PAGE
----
Cigarette smoke-related hydroquinone dysregulates MCP-1, VEGF and PEDF expression in retinal pigment epithelium in vitro and in vivo.

Pons M, Marin-Castaño ME - PLoS ONE (2011)

VEGF-PEDF balance is altered in RPE/choroids from mice exposed to HQ.(A) VEGF and (B) PEDF mRNA expression in response to HQ-induced oxidative injury. Total RNA was extracted from microdissected RPE/choroid complexes after 5 days and 3 weeks of exposure to HQ in drinking water (0.8%). VEGF and PEDF mRNA expression was measured by real-time PCR. GAPDH was used as internal control (n = 5 eyes per group). (C) VEGF and PEDF protein expression in response to HQ-induced oxidative injury. (D) VEGF-to-PEDF protein ratio. Total protein was extracted from microdissected RPE/choroid complexes after 5 days and 3 weeks of exposure to HQ in drinking water (0.8%). Equivalent amounts of protein from 5 eyes per group were pooled for each lane. VEGF and PEDF protein expression was evaluated by Western blot and normalized to GAPDH. Top: representative Western blots of the indicated proteins. The numbers to the left are molecular weights in kilodaltons (KDa). Bottom: average densitometry results. Data are expressed as percentage of control and are means ± SE. * is p<0.05 and **p<0.01 versus control.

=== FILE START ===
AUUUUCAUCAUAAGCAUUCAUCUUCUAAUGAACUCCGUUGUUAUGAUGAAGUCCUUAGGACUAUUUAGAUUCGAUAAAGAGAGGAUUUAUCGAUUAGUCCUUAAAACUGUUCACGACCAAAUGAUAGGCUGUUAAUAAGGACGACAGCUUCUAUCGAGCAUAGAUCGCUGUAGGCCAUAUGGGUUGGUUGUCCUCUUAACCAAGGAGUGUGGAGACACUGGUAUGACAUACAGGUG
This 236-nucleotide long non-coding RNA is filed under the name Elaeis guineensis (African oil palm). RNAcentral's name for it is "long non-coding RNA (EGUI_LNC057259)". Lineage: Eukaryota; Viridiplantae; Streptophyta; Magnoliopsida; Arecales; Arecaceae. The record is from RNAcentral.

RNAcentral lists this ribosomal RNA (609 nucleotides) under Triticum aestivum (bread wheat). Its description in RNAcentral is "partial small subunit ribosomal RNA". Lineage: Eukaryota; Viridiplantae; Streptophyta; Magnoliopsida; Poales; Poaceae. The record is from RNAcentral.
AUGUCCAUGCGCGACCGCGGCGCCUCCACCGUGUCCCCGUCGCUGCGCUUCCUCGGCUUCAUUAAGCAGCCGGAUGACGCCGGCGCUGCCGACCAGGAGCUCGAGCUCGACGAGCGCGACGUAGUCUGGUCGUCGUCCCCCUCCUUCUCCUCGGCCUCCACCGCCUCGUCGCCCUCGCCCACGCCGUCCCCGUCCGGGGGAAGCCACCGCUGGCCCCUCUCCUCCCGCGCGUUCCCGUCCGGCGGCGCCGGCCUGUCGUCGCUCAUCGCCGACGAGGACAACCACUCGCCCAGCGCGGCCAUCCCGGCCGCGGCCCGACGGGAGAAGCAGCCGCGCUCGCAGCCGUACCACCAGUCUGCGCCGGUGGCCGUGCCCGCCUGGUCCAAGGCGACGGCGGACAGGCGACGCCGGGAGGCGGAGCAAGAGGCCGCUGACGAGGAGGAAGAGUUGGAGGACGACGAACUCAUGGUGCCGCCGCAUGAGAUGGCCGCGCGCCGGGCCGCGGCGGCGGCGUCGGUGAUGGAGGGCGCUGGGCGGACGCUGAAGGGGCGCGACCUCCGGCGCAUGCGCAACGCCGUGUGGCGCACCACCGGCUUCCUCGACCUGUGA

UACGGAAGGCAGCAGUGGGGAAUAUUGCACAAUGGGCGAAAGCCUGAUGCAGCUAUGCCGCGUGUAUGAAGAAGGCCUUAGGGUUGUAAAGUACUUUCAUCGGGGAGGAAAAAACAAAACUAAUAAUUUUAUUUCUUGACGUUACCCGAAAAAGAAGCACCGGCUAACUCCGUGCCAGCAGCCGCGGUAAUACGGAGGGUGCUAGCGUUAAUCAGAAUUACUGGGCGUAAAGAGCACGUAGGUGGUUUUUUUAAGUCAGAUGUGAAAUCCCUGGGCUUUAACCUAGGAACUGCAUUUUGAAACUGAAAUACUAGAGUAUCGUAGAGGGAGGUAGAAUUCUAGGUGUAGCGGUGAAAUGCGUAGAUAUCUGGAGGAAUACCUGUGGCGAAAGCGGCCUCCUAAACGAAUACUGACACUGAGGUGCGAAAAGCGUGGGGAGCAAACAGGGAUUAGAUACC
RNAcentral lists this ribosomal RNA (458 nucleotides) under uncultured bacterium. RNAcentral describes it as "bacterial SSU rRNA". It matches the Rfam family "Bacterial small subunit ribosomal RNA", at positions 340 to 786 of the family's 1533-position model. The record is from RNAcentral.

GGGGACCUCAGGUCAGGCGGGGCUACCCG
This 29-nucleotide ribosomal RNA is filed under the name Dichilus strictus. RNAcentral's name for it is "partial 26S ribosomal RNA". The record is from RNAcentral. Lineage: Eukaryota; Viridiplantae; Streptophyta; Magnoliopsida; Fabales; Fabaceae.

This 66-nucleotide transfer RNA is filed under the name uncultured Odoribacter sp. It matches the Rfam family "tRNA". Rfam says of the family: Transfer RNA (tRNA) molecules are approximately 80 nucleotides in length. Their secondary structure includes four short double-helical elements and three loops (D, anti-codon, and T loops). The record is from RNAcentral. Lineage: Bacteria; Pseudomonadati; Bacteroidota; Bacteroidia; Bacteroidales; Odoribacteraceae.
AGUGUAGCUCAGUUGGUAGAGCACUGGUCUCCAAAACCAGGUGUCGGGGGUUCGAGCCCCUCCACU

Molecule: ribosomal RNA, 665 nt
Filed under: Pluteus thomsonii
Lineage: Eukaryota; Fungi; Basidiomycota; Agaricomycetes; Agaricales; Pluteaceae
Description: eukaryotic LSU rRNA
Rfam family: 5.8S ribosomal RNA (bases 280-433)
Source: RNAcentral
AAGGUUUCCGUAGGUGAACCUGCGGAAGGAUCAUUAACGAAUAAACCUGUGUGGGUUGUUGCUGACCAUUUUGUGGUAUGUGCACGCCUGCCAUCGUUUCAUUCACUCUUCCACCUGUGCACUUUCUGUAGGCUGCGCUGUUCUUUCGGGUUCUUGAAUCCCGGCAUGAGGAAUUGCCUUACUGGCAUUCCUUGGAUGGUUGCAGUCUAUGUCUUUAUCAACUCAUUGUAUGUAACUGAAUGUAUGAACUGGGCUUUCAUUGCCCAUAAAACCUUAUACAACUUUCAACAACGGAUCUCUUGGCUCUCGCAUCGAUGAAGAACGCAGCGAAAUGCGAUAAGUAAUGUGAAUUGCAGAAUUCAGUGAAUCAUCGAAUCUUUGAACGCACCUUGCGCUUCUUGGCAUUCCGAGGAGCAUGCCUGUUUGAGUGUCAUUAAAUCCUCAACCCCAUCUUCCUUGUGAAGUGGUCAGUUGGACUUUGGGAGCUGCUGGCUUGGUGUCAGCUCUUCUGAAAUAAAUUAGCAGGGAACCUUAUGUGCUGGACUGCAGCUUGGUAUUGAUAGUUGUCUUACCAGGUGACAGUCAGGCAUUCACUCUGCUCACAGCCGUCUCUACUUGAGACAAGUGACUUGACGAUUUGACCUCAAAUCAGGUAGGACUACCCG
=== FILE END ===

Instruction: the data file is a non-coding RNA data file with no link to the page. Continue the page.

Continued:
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Related In: Results  -  Collection

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pone-0016722-g007: VEGF-PEDF balance is altered in RPE/choroids from mice exposed to HQ.(A) VEGF and (B) PEDF mRNA expression in response to HQ-induced oxidative injury. Total RNA was extracted from microdissected RPE/choroid complexes after 5 days and 3 weeks of exposure to HQ in drinking water (0.8%). VEGF and PEDF mRNA expression was measured by real-time PCR. GAPDH was used as internal control (n = 5 eyes per group). (C) VEGF and PEDF protein expression in response to HQ-induced oxidative injury. (D) VEGF-to-PEDF protein ratio. Total protein was extracted from microdissected RPE/choroid complexes after 5 days and 3 weeks of exposure to HQ in drinking water (0.8%). Equivalent amounts of protein from 5 eyes per group were pooled for each lane. VEGF and PEDF protein expression was evaluated by Western blot and normalized to GAPDH. Top: representative Western blots of the indicated proteins. The numbers to the left are molecular weights in kilodaltons (KDa). Bottom: average densitometry results. Data are expressed as percentage of control and are means ± SE. * is p<0.05 and **p<0.01 versus control.